Consuegra’s other works, some of them mirrors cut to the shape of familiar symbols, like the map of Colombia or (in the work that gave its title to the exhibition) the lattice of a chain-link fence, characterize a key dichotomy facing Colombian artists: the trauma and politics of war vs. the country’s tradition of magic-realist fiction. An older generation – which includes Salcedo as well as the late watercolourist Débora Arango and the Bogotá-based painter Beatriz González – have become known internationally for work that testifies to the human costs of war. Younger artists eager to strike a more opti- mistic tone have lately turned to Colombia’s literary history, although to mixed effect.
In many galleries I visited, photo-collages and works made using mirrors relied on parlour-trick illusionism, while gilded antlers and botanical drawings invoked a tired mysticism. Like Consuegra’s table-and-chair set, the geometric sculptures of Mateo López – installed in his solo show at Casas Riegner – mostly avoided this bind, though, through an overreliance on mini- malist aesthetics. The brand-new gallery Liberia, across the street from Instituto de Visión, side-stepped it altogether with a selection of darkly comic paintings and sculptures by Bogotá-based artist Miguel Cárdenas. The cubist deformations of fanged beasts, painted in lurid colours, were like nothing else I saw in town. On one outlandish sculpture (Archeologies of the Future, 2016), a white, wooden eyeball threatened to roll down an angled pyramid onto a long, cherry- red tongue; it was goofy and ghoulish, Ron Nagle meets Tim Burton.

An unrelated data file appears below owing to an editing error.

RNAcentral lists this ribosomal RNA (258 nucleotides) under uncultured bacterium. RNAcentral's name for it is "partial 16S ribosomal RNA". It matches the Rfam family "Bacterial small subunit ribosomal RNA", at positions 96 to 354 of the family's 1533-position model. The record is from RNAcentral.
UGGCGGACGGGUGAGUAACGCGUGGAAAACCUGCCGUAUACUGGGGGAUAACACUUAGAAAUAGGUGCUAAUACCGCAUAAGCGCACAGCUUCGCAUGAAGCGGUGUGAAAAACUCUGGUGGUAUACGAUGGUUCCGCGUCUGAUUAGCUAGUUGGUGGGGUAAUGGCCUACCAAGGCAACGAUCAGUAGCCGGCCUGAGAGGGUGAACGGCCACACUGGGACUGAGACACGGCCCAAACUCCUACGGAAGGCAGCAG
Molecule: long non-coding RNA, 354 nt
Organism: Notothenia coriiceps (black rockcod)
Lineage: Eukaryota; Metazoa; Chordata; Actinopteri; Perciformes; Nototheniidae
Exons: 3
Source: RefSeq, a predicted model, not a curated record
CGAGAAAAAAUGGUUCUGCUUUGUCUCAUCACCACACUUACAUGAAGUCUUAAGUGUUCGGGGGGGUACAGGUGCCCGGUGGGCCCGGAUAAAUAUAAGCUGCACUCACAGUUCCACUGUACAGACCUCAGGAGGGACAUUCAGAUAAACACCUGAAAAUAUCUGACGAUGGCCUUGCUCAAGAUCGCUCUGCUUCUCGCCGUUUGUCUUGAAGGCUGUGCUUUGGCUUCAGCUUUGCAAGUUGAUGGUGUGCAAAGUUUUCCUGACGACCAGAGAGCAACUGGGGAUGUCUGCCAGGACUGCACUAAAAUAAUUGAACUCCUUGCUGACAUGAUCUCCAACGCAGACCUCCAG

In the La Macarena neighbourhood, an exhibition of new works by South Korean artist Do Ho Suh at NC-arte, Bogotá’s leading private arts non-profit, was far more restrained, though no less entrancing. NC-arte’s concrete lined exhibition hall – a former girl’s school turned art bunker – was bifurcated by a full-scale replica of the hallway in Suh’s former Berlin apartment, reproduced meticulously in green gauze. The ghostly impression of a space half a world away, a hallmark of Suh’s practice, recalled those Colombian sculptors whose work engages with bodily memory. A suite of drawings and household objects, beautifully crafted with gauze and set in lightboxes, similarly testi- fied to the psychic power of the places we call home, particularly those we abandon by choice or by force. Suh’s sheer fabric works presented the memories of those losses as precious, ephemeral objects. For Salcedo’s action to have any lasting effect, memories of the war dead must remain stronger than such delicate materials.
While travelling from space to space, my taxi often ascended the snaking foothill highway known as Carrera 1, which affords sweeping views of Bogotá. At times, the mountain backdrop on my other side could seem like a dead-end, as if the city had crashed into its rocky surface. But its thick green edges are also a reminder of the wild that lies beyond: the Llanos del Orinoco, a vast rainforest and one of the most biodiverse places in the world. The famed German naturalist Alexander von Humboldt conducted much of his research there, and many of its features bear his name. Nature seems to hold a singular power for Colombians – a trait that can be traced back 13,000 years to the Muisca era – and the country’s artists have often turned to it as muse.
I arrived in a Bogotá caught at a crossroads: as the city casts off a violent past, it faces an certain future.